Internet powerhouse Alibaba Group Holding Ltd has appointed a seasoned scientist at Amazon.com Inc to spearhead its efforts in artificial intelligence, a move that will propel its so-called "NASA plan" to double up on technology research.
Alibaba in March announced a major project at its first technical meeting in Hangzhou, to galvanize the group's technological capabilities, code-named NASA.
Since June, Ren Xiaofeng, former senior principal scientist at Amazon and a Chinese citizen, has taken on the role as chief scientist and deputy dean at Alibaba's Institute of Data Science and Technologies, its global research and development centre, the company confirmed on Monday.
Ren is recruiting a world-class computer vision team at a fast-expanding site in Bellevue, in the United States.
That's according to Ren's updated resume on the website of the University of Washington, where he also serves as an affiliate assistant professor of computer science and engineering.
In his four years at Amazon, Ren was the lead scientist at Amazon Go, using computer vision and machine learning, to transform retailing. The research led to the launch of an automatic check-out system that eliminates unnecessary and annoying customer waiting.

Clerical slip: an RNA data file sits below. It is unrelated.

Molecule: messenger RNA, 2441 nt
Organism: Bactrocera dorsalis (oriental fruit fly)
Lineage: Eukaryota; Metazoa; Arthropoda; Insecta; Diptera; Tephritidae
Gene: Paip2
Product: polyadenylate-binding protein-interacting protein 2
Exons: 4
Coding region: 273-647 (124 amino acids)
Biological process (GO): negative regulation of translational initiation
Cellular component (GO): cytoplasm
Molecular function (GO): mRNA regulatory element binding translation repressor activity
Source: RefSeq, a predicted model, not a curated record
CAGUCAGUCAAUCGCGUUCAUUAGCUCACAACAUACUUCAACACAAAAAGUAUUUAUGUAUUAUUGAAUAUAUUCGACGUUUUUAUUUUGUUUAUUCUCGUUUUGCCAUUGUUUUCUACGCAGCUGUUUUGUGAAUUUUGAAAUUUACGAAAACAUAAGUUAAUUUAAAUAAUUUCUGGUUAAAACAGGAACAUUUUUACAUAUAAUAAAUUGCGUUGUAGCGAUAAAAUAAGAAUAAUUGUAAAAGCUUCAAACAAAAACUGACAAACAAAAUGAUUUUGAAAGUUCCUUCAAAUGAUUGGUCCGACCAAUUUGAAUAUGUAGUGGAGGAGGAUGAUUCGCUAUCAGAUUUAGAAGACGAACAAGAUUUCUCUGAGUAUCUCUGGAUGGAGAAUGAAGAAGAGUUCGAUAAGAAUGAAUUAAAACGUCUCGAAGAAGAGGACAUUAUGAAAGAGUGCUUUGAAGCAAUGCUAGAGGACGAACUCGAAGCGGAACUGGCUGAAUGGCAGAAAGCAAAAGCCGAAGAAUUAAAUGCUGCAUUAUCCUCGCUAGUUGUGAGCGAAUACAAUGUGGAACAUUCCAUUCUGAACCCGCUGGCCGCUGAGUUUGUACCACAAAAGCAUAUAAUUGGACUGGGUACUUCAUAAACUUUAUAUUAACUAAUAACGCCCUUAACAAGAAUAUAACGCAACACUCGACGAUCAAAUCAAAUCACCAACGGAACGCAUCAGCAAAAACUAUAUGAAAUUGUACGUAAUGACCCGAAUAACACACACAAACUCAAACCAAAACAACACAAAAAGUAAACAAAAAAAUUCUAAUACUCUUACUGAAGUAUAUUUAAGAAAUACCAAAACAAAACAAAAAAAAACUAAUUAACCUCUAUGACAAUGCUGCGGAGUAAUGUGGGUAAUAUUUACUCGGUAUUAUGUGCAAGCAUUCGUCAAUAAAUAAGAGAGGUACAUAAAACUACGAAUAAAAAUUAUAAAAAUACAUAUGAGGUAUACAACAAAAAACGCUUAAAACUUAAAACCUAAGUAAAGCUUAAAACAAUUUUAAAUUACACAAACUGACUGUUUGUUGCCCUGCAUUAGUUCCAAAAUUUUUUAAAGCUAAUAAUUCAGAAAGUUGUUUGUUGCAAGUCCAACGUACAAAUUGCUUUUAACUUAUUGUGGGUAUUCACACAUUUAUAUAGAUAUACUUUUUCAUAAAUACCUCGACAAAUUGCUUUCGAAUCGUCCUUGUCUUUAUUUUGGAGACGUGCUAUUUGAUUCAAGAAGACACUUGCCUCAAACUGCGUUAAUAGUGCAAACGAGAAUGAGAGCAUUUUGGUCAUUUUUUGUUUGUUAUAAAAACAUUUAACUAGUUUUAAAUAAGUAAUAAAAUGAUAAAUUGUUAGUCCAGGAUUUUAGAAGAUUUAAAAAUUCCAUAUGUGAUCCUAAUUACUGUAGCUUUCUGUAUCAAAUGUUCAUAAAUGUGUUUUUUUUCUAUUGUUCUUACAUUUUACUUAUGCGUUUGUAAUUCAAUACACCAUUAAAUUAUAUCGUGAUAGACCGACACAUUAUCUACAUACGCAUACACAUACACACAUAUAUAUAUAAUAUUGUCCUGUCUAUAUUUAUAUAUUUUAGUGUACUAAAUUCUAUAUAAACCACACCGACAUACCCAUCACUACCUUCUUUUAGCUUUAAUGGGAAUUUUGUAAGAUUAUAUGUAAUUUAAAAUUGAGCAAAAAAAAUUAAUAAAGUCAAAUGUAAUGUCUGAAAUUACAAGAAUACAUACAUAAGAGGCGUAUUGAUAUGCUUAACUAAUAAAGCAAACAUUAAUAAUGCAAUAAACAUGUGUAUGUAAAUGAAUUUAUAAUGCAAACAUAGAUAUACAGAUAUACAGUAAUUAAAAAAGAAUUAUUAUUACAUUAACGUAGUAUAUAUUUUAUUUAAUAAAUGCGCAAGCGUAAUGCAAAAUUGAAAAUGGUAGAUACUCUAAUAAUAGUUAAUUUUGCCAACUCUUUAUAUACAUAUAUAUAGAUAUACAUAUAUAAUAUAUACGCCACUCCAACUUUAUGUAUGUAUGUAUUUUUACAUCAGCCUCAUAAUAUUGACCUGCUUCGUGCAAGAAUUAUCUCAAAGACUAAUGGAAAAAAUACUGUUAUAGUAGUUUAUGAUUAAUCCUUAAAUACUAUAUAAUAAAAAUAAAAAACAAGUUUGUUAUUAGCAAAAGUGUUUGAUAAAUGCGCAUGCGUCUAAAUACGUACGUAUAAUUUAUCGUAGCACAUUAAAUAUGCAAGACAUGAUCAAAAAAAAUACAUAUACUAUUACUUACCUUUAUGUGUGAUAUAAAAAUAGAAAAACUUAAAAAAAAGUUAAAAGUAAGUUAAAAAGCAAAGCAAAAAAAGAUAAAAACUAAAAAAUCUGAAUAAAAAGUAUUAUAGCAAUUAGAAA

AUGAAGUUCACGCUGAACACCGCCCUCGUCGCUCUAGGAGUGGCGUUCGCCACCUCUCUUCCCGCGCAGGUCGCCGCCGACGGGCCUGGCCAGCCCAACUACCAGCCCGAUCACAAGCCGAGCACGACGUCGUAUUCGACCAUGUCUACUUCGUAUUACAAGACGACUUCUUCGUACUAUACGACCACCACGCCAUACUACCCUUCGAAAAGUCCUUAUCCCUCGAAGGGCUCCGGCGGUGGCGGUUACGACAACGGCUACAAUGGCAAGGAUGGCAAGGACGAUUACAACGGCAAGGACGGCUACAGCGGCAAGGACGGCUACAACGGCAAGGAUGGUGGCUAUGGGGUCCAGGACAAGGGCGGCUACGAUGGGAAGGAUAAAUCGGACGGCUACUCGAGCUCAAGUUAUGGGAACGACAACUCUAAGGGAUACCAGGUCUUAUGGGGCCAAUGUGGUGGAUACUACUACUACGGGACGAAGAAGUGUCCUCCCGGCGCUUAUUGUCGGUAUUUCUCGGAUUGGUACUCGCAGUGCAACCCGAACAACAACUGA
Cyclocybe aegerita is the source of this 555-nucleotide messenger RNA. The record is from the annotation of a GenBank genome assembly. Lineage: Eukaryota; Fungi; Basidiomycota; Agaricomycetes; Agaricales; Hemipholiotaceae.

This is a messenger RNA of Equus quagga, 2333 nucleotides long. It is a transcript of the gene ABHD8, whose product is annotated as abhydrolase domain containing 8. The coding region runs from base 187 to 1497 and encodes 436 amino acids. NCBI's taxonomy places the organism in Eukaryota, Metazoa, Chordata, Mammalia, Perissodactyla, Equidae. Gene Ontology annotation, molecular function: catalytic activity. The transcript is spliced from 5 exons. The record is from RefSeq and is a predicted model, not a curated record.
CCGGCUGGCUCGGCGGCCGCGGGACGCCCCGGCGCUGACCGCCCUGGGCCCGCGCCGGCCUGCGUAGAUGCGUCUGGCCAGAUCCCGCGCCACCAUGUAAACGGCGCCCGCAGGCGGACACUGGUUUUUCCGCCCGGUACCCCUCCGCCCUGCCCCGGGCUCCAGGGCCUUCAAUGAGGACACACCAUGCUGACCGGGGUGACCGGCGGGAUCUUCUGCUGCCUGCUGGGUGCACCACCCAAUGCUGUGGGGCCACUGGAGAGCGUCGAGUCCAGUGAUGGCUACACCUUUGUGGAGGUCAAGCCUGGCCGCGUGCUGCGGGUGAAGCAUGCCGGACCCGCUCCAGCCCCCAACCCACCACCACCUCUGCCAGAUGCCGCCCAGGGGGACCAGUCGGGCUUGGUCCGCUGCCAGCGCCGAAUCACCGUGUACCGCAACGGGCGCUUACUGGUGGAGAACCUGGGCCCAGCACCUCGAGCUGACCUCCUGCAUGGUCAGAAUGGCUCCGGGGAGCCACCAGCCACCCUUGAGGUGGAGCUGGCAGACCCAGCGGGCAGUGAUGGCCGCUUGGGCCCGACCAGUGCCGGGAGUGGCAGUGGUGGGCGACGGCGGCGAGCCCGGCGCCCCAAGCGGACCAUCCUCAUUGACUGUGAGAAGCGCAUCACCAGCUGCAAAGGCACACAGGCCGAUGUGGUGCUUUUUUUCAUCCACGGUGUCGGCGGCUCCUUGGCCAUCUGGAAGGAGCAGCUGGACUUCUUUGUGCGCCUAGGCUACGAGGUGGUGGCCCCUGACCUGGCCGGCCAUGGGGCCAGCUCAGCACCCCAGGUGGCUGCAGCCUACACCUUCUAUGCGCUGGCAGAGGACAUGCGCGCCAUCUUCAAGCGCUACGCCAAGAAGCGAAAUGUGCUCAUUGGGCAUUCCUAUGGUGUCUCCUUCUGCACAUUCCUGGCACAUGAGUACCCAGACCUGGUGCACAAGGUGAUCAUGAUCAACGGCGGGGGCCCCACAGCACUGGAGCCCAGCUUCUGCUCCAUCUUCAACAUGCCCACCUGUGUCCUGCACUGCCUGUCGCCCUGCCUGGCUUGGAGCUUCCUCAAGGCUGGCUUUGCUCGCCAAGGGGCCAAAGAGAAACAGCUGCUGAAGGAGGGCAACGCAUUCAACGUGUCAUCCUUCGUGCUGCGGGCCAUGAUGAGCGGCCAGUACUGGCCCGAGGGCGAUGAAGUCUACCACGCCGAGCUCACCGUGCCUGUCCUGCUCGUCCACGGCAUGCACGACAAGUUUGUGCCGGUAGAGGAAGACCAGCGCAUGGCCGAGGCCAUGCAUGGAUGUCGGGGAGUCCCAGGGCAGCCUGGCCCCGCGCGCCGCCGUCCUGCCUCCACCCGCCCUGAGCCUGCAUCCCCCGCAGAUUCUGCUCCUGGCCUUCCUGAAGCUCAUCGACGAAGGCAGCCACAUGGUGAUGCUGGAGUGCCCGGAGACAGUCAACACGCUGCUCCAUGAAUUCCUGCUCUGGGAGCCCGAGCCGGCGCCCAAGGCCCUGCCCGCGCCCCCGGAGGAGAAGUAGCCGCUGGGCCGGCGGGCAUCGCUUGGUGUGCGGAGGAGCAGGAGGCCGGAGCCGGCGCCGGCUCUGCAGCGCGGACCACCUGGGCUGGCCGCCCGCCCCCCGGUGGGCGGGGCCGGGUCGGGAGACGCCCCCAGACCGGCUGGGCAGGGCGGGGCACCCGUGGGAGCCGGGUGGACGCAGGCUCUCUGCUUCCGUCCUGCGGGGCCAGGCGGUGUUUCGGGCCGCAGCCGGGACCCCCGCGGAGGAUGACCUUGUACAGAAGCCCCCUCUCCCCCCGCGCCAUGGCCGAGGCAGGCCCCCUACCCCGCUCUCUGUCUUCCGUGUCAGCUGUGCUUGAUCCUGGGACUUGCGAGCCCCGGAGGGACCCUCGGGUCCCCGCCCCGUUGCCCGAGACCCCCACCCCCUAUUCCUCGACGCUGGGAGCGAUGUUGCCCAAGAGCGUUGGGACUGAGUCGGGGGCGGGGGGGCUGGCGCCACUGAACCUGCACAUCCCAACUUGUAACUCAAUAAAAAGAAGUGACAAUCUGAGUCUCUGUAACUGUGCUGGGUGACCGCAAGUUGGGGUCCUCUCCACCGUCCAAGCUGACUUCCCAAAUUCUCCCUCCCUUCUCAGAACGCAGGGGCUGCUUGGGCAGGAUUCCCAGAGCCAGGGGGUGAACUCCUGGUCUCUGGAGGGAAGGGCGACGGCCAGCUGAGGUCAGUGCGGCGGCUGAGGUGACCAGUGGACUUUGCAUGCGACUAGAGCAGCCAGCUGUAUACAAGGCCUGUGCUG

Prior to Amazon, Ren also had deep experience in vision-related projects at Intel Lab, working on computer vision and its applications in activity recognition and monitoring, robotics, and human-computer interaction. Ren holds a PhD in computer science from the University of California, Berkeley.
Alibaba said that Ren's coming onboard indicated an accelerated pace to carry out the NASA project, proposed by founder Jack Ma in March, to boost the firm's technological capacity in 20 years.
Ma said at the time that to meet the group's strategic goal of serving 2 billion customers, creating 100 million jobs and enabling 10 million businesses to become profitable, Alibaba should invest in technological infrastructure featuring machine learning, chips, the internet of things and biometric identification, among others.
As a new entrant to the international cloud market, Alibaba is off to a good start, being included for the first time in a Gartner Inc report this month as being "well-positioned to take on bigger players such as Amazon and Microsoft Corp".
Since the start of the year China's tech majors have been plowing in billions of dollars into consolidating a technical arsenal and talent pool to outgun their rivals.
Search engine Baidu Inc hired former Microsoft executive Lu Qi as group president and rolled out its Apollo Project to help drive the development of autonomous cars.
Tencent Holdings Ltd is also betting on cloud technologies and AI, doubling its offshore data centres this year and identifying AI as being synonymous with its services.
Shanghai-based Gartner Research Director Sandy Shen said that Chinese tech firms were becoming a hot draw for talent globally, given the market fluidity, fast pace and the receptive attitude toward new technologies among Chinese consumers.